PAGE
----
The Progressive Conservatives gave hints today that they could be preparing for a Spring 2015 provincial election.
Reported by the Calgary Herald and confirmed by sources close to this blogger, the PC Party has set a deadline for candidates to be nominated in all 87 provincial constituencies by March 15, 2015. The Herald also reports that the PC Party has scheduled a “large number” of nominations to take place on February 21, 2015. The early nominations would put the PCs in a position to call an election in Spring 2015, and demonstrates the folly of the province’s fixed election laws.
The news of an updated nomination schedule was preceded by news that the PC Party was extending the expiry dates of all party memberships purchased in 2014 to December 31, 2015. In an email from PC Party president Terri Beaupre, party supporters were told that Wildrose supporters can now exchange their memberships for PC Party memberships. The PC Party is said to have sold just more than 40,000 memberships during its lacklustre 2014 leadership contest.
The quick nomination deadline will showcase the PC Party’s impressive organizational capacity, especially in the wake of the mass defection of Wildrose MLAs on December 17, 2014. By extending the membership expiry dates by one year, Albertans who purchased memberships last year will not need to be convinced to renew in order to vote in the 2015 candidate nomination contests.
March 15 will come quickly for some PC MLAs, especially the Wildrose floor crossers, who have barely had time to introduce themselves to their new local party members. Some new PC MLAs, like Danielle Smith, who is currently on vacation in Mexico, are expected to face strong nomination challenges from annoyed PC Party supporters in their constituencies.
The quick nomination timeline will also force some long-time PC MLAs to decide whether they are going to try and seek re-election. Lethbridge-East PC MLA Bridget Pastoor, who crossed the floor from the Liberals in 2011, announced this week that she would not seek re-election. Attention will also turn to the gang of former PC cabinet ministers who sit in the backbencher thanks to Premier Jim Prentice‘s September 2014 cabinet shuffle.
It is suspected that former cabinet ministers, such as Doug Horner, Doug Griffiths and Fred Horne, can expect to be nudged aside in order to make room for new candidates as Mr. Prentice attempts to rebrand the long-governing PC Party in his own image.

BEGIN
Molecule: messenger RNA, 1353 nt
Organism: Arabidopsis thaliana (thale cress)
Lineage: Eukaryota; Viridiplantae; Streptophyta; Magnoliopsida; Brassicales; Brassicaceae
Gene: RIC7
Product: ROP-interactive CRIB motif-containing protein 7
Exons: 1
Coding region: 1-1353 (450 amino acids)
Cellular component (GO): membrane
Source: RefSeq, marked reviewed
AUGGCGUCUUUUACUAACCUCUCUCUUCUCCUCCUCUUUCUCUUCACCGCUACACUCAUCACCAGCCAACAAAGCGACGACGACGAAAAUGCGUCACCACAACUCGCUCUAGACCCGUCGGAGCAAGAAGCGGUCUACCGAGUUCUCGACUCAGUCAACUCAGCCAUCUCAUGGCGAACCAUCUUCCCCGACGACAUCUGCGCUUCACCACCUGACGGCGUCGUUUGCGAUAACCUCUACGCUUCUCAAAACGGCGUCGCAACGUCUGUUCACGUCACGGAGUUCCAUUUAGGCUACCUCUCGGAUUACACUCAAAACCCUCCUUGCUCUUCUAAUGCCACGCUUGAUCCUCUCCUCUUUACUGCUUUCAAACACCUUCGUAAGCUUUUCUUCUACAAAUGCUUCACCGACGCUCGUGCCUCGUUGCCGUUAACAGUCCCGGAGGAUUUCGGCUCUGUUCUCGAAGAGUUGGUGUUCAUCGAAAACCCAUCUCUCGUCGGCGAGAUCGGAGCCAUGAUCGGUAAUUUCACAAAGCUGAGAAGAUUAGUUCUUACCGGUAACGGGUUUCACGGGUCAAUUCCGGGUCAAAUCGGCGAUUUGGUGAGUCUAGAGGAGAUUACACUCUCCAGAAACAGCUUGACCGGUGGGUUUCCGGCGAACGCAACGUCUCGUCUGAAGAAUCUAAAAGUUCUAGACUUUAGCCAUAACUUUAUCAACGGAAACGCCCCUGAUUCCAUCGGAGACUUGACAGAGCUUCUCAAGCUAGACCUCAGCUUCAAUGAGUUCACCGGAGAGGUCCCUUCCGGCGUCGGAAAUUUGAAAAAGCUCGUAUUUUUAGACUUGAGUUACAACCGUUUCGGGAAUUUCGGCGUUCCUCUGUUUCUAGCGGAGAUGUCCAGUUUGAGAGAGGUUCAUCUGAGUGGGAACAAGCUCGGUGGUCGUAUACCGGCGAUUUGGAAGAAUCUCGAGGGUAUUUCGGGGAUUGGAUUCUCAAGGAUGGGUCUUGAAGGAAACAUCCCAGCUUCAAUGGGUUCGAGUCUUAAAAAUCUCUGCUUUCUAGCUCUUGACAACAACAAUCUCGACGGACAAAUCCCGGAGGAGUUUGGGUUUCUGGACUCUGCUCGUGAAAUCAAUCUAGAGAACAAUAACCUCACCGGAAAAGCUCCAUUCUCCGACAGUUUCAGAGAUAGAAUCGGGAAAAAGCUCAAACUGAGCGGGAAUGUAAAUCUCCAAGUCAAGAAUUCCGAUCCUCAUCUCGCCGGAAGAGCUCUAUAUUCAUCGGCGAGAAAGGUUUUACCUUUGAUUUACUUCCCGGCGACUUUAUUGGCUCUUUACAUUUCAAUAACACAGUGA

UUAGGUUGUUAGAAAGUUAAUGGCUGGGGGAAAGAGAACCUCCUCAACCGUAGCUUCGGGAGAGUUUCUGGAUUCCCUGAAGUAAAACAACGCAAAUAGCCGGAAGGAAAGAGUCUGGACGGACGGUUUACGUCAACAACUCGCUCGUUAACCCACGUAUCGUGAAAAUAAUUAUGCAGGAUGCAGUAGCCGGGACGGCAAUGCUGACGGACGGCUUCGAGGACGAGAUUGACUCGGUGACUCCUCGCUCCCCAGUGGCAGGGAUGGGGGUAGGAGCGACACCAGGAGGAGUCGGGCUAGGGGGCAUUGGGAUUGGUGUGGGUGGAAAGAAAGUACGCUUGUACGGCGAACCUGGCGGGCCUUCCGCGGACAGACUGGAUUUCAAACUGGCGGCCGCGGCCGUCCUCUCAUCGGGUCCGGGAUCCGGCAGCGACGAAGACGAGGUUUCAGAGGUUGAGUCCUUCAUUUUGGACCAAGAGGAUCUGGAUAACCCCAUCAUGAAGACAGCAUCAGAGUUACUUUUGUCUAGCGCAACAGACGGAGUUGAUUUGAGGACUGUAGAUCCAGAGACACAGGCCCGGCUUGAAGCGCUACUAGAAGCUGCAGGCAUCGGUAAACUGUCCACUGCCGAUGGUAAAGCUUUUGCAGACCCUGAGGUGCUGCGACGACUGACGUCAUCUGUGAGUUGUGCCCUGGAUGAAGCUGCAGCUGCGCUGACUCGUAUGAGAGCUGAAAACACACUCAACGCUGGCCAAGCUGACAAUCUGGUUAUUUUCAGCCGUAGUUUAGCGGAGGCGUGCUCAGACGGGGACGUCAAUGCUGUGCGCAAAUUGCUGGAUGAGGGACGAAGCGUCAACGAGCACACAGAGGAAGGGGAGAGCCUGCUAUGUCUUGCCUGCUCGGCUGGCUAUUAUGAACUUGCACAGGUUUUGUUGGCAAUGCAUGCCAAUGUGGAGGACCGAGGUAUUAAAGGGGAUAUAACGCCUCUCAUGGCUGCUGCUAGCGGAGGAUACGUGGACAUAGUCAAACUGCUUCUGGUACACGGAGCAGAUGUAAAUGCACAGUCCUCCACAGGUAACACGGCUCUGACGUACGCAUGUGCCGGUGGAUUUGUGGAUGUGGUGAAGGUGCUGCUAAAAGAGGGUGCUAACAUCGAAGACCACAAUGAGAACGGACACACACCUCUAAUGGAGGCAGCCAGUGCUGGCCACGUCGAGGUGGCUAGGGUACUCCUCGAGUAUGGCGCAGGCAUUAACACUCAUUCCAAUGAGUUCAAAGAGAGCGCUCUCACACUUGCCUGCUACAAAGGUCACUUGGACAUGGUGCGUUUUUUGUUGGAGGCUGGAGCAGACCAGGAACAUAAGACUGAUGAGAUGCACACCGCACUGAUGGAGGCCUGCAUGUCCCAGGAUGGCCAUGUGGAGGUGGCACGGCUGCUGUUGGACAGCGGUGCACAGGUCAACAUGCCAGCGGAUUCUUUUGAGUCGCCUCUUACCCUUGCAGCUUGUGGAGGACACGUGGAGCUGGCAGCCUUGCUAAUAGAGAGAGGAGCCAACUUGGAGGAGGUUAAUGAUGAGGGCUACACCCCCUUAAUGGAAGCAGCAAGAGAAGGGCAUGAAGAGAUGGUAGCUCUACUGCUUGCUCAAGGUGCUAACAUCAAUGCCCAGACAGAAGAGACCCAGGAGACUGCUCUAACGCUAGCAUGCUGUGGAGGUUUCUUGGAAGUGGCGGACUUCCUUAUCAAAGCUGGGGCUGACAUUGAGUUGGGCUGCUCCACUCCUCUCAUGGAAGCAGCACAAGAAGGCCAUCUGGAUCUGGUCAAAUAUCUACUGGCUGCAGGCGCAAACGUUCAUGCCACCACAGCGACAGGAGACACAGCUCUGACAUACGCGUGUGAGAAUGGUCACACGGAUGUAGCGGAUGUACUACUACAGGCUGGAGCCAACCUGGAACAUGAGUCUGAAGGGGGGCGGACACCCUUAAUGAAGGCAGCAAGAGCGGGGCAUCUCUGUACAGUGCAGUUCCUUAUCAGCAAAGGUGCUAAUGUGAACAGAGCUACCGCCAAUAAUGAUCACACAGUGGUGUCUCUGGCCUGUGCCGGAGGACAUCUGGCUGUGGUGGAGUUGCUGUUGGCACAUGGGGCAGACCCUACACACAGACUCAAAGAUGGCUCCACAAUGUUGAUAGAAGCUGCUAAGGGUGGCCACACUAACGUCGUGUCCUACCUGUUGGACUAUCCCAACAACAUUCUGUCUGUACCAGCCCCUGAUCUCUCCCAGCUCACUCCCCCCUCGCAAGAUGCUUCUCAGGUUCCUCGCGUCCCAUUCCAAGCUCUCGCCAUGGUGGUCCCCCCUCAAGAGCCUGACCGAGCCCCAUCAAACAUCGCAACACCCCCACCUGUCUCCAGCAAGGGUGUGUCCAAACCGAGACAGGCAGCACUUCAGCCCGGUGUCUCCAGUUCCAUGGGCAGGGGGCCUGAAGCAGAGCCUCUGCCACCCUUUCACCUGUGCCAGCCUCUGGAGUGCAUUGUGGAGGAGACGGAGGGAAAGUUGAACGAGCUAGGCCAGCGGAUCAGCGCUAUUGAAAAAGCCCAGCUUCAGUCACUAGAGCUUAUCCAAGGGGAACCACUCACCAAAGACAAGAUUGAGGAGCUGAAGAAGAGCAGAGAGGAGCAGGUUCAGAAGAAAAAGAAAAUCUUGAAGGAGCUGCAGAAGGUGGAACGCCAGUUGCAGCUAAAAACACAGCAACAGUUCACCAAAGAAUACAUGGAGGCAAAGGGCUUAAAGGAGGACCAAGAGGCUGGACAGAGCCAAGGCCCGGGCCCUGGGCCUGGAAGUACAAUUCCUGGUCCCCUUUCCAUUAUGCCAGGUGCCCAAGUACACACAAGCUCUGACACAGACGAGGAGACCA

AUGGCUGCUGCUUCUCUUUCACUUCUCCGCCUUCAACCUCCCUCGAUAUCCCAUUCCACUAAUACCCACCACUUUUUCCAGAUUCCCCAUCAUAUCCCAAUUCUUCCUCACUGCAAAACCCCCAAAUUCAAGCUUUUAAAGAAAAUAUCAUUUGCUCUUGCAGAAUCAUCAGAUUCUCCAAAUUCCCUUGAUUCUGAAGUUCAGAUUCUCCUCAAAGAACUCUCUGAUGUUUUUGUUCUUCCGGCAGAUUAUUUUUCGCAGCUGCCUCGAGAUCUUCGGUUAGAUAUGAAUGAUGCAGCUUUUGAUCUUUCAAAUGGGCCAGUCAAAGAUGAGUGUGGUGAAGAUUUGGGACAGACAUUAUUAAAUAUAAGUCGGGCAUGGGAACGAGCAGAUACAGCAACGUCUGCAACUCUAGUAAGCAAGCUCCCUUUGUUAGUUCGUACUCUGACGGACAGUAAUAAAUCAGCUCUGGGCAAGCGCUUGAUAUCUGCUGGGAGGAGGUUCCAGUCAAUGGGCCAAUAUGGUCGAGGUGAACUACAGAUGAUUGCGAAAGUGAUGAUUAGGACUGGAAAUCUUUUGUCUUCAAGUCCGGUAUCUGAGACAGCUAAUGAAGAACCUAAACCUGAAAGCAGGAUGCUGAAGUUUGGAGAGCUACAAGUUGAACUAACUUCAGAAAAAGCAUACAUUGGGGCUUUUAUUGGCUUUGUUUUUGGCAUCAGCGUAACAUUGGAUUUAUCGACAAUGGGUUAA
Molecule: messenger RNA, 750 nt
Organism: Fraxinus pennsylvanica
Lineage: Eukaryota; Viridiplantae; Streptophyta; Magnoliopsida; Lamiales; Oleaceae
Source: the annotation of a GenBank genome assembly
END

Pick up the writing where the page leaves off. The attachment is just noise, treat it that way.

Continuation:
The early election call will put the opposition parties in a tough situation.
Fresh from their own leadership contest, Rachel Notley‘s New Democrats have only nominated ten candidates in 87 constituencies. The Liberals and Alberta Party have not yet started their candidate nomination process. The Liberals had originally planned to hold their first nomination meeting for January 24 in Edmonton-Mill Woods, but cancelled the event soon after it was scheduled.
Numerous Wildrose candidates have withdrawn their candidacies, leaving the party with 16 nominated candidates since the floor crossings.
The March 15 date is also perilously close to the earliest date the leaderless Wildrose Party has set to select its new leader, March 17. Rumours circulated on social media today that offensive conservative Member of Parliament Rob Anders is considering running for the official opposition party’s leadership. Mr. Anders candidacy would be a blessing for the PCs and a deathblow for the Wildrose.
Financial disclosures submitted to Elections Alberta are expected to be released in the coming weeks and will reveal the financial situation of Alberta’s political parties. The Tories will report to have raised a considerable sum of money in 2014, as will the Wildrose Party, which is said to still have $300,000 in their election war chest.
With March 15 less than two months away, Mr. Prentice may seek to use the Spring provincial budget as an election platform, as the PC Party has in the past. Relying on a disorganized opposition and using hyperbole to fan fears of an economic downturn, Mr. Prentice is in a strong position to lead his party to win its 14th consecutive election.
This is a stunning turnaround from six months ago, when the PCs were rocked by an endless string of scandals and were trailing the Wildrose Party in the polls and in fundraising. The PC Party’s apparent recovery serves as an important reminder to political watchers not to underestimate the 43-year governing PC Party.